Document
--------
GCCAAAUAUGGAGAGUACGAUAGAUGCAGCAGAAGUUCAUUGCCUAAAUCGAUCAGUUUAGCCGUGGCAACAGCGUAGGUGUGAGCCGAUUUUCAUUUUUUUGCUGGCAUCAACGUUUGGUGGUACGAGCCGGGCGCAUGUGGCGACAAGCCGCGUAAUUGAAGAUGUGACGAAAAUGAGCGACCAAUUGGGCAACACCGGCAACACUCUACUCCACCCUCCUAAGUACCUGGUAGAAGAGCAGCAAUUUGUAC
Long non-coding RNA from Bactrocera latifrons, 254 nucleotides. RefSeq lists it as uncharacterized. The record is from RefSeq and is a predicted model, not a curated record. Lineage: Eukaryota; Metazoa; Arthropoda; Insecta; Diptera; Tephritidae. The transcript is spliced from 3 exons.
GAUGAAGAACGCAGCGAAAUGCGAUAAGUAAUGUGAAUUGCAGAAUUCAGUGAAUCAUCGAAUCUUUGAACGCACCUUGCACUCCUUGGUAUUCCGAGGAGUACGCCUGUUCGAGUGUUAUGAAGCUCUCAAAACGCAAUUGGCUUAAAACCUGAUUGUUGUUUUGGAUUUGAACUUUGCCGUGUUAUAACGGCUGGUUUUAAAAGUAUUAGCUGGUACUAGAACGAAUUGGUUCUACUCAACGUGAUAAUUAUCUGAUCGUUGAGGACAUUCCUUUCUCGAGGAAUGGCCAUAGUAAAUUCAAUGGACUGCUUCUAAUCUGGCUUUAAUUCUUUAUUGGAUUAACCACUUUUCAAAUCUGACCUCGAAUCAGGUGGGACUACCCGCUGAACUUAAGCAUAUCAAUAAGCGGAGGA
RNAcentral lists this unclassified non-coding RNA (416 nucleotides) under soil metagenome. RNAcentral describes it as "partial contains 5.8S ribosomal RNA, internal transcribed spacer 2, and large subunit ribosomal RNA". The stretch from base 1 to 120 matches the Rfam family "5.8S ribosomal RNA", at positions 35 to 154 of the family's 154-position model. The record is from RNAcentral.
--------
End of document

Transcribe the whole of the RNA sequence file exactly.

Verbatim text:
GCCAAAUAUGGAGAGUACGAUAGAUGCAGCAGAAGUUCAUUGCCUAAAUCGAUCAGUUUAGCCGUGGCAACAGCGUAGGUGUGAGCCGAUUUUCAUUUUUUUGCUGGCAUCAACGUUUGGUGGUACGAGCCGGGCGCAUGUGGCGACAAGCCGCGUAAUUGAAGAUGUGACGAAAAUGAGCGACCAAUUGGGCAACACCGGCAACACUCUACUCCACCCUCCUAAGUACCUGGUAGAAGAGCAGCAAUUUGUAC
Long non-coding RNA from Bactrocera latifrons, 254 nucleotides. RefSeq lists it as uncharacterized. The record is from RefSeq and is a predicted model, not a curated record. Lineage: Eukaryota; Metazoa; Arthropoda; Insecta; Diptera; Tephritidae. The transcript is spliced from 3 exons.
GAUGAAGAACGCAGCGAAAUGCGAUAAGUAAUGUGAAUUGCAGAAUUCAGUGAAUCAUCGAAUCUUUGAACGCACCUUGCACUCCUUGGUAUUCCGAGGAGUACGCCUGUUCGAGUGUUAUGAAGCUCUCAAAACGCAAUUGGCUUAAAACCUGAUUGUUGUUUUGGAUUUGAACUUUGCCGUGUUAUAACGGCUGGUUUUAAAAGUAUUAGCUGGUACUAGAACGAAUUGGUUCUACUCAACGUGAUAAUUAUCUGAUCGUUGAGGACAUUCCUUUCUCGAGGAAUGGCCAUAGUAAAUUCAAUGGACUGCUUCUAAUCUGGCUUUAAUUCUUUAUUGGAUUAACCACUUUUCAAAUCUGACCUCGAAUCAGGUGGGACUACCCGCUGAACUUAAGCAUAUCAAUAAGCGGAGGA
RNAcentral lists this unclassified non-coding RNA (416 nucleotides) under soil metagenome. RNAcentral describes it as "partial contains 5.8S ribosomal RNA, internal transcribed spacer 2, and large subunit ribosomal RNA". The stretch from base 1 to 120 matches the Rfam family "5.8S ribosomal RNA", at positions 35 to 154 of the family's 154-position model. The record is from RNAcentral.